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In our Internet travels, we have all run across these types of hyperlinks, ones that when taken alone, mean nothing. That’s not what hyperlinks are for and definitely not how you should use them on your website.
Your links should mean something. They have to.
You’ve probably already heard that your web visitors don’t read; they scan. Studies show that generally, people scan web pages, rather than read them and that they’re always looking for the next place to go.
And what are some of the things that catch their eye as they scan? Hyperinks.
Hyperlinks are top eye-catching devices because they are in a different color and because visitors are trained to look for them. They are typically designed to stand out on the page, so when someone scans, they don’t want ‘click heres’ and ‘find out mores’. You’re forcing them to find the extra context and slowing them down.
The easier you make it for people to understand and use the hyperlinks on your website, the more effective your entire site will be. Visitors don’t want to have to figure out where you’ve put the information they need; they don’t want to have to waste their time figuring out whether “click here” will get them where they want to go.
Don’t make your website visitors search, don’t make them guess, and for heaven’s sake, don’t have links that are so vague or broken that visitors leave your site entirely. If you want to maximize the power of these words, you’ve got to put some thought in the hyperlinks you write.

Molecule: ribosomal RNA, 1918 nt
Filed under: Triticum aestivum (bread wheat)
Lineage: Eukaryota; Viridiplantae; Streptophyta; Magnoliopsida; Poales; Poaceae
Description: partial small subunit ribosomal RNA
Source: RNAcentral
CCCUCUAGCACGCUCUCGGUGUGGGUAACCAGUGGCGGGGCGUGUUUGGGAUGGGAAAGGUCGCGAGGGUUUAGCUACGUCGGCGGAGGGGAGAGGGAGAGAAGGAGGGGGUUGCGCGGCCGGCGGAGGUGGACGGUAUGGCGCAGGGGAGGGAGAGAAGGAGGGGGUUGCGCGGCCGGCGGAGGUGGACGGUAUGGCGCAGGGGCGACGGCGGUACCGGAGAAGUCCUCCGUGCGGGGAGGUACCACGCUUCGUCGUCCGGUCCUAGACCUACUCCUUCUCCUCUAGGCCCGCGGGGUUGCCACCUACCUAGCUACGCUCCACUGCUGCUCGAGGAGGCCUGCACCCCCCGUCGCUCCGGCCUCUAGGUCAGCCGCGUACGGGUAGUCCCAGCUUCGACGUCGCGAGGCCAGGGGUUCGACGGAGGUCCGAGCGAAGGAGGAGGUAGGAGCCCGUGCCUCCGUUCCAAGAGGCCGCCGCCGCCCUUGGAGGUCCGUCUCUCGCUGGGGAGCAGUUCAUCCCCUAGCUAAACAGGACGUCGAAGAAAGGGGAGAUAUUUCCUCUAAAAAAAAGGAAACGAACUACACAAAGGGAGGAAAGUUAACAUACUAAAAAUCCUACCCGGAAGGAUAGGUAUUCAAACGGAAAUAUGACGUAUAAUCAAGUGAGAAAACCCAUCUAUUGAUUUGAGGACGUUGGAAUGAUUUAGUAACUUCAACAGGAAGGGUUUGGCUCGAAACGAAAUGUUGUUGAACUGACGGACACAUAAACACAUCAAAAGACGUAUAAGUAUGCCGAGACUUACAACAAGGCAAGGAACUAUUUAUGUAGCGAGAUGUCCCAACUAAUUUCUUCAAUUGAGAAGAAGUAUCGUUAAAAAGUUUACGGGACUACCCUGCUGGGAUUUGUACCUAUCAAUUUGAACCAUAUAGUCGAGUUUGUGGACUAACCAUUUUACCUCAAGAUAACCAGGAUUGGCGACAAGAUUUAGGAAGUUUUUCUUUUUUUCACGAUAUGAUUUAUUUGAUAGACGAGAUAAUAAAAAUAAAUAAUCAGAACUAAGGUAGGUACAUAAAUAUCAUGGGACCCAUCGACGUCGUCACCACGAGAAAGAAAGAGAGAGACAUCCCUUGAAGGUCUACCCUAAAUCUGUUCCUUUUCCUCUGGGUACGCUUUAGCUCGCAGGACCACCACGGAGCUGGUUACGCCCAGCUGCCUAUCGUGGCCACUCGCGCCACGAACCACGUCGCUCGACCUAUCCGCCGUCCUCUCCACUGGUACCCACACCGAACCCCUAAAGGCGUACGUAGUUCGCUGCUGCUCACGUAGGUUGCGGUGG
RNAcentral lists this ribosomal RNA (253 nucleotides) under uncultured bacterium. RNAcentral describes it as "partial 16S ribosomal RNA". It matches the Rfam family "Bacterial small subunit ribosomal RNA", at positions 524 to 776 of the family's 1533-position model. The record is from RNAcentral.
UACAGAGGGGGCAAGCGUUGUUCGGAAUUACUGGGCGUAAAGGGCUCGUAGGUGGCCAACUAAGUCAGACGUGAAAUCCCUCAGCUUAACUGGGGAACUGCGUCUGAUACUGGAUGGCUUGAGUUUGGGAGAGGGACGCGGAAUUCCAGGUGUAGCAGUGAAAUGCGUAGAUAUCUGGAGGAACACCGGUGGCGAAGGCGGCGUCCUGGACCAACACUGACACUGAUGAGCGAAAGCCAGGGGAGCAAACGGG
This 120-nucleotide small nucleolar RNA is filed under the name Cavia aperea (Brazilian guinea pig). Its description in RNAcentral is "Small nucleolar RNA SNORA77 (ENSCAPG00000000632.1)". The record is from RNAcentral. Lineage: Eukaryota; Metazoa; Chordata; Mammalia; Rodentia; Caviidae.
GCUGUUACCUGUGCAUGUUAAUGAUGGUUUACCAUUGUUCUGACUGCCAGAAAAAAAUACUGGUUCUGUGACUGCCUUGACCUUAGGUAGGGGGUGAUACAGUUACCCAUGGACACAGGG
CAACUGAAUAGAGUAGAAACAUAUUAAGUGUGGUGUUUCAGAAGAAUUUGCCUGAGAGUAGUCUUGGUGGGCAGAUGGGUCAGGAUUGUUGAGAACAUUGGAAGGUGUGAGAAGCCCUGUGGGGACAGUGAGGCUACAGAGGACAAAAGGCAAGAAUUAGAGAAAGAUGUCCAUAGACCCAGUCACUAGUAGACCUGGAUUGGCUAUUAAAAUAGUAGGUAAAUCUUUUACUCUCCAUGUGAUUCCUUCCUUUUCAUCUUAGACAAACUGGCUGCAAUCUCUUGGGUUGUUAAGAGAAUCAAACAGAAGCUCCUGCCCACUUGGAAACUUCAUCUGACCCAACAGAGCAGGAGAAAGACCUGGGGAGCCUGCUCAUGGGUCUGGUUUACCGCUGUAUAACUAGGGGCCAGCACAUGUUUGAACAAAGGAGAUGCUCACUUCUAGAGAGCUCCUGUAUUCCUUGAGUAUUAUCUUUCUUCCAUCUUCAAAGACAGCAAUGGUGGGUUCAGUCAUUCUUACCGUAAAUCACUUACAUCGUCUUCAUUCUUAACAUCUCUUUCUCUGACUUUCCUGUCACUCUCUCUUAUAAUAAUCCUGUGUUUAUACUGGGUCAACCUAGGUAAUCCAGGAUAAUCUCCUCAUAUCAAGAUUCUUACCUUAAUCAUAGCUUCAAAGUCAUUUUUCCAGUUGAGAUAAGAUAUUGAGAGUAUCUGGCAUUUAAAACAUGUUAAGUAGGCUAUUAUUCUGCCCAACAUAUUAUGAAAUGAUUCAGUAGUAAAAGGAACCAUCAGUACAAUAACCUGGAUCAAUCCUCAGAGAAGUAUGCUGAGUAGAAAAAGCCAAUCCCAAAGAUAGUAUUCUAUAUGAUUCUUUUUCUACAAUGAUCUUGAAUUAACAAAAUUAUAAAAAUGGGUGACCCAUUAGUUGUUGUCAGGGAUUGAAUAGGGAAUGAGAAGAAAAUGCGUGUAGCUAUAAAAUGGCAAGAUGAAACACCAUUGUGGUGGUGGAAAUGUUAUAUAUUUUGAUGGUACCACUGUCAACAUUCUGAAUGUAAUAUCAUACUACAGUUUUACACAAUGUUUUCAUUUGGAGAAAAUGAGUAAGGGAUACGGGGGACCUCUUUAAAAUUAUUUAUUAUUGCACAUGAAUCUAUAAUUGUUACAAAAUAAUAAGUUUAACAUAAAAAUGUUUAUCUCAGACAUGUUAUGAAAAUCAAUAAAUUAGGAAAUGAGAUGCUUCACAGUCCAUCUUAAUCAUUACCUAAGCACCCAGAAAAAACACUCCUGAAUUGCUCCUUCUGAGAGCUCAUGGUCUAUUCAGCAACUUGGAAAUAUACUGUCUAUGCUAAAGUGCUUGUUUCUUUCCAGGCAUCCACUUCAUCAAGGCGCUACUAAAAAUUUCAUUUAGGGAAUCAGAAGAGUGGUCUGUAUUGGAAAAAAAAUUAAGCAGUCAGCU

Here are 5 tips to help you get started:
1. Think about THEIR Words, Not Yours
Think of each hyperlink as a highlighted keyword. People come to your site with a topic or question in mind and they are looking for the words they have in their minds. To make connections between what your site visitors want and the content you have, you must use their language.
2. Think about Placement
Where you put your hyperlinks on each webpage matters almost as much as the words you use. Here are a few suggestions, based on eye-tracking studies and click-through rates:
• Place links at the beginning or end of a paragraph
• Place links at the end of a sentence
• Place important words at the front of link text
3. Describe your Destination
Take a gander at the following two hyperlinks (one of which is on our About page):
• To read more about our services, please click here.
• Here’s how we can help you succeed online.
If you look at the hyperlink alone, which one makes more sense?
In the first hyperlink, the ‘click here’ by itself is completely meaningless – it tells you nothing about where the link will take you. The second hyperlink instantly tells you where that link will take you. You can then decide whether to click it or not without having to read any of the surrounding text.
The best advice: try to keep links brief but descriptive by picking the words that describe the link.
4. Limit link text to a maximum of four words
Your website visitors only spend a split-second looking at the text contained in any link, and it is difficult to quickly take in the content if there are more than five words in the link text. Sticking in too many words will slow your website users down.
Link text is vitally important. When you write links, it may not feel like poetry, but you do have to engage people. What’s more, your primary job is to help your visitors get from one place to another, all with the minimum of fuss. Follow these guidelines and your links will be easy to find and understand quickly, for which your site visitors will surely thank you.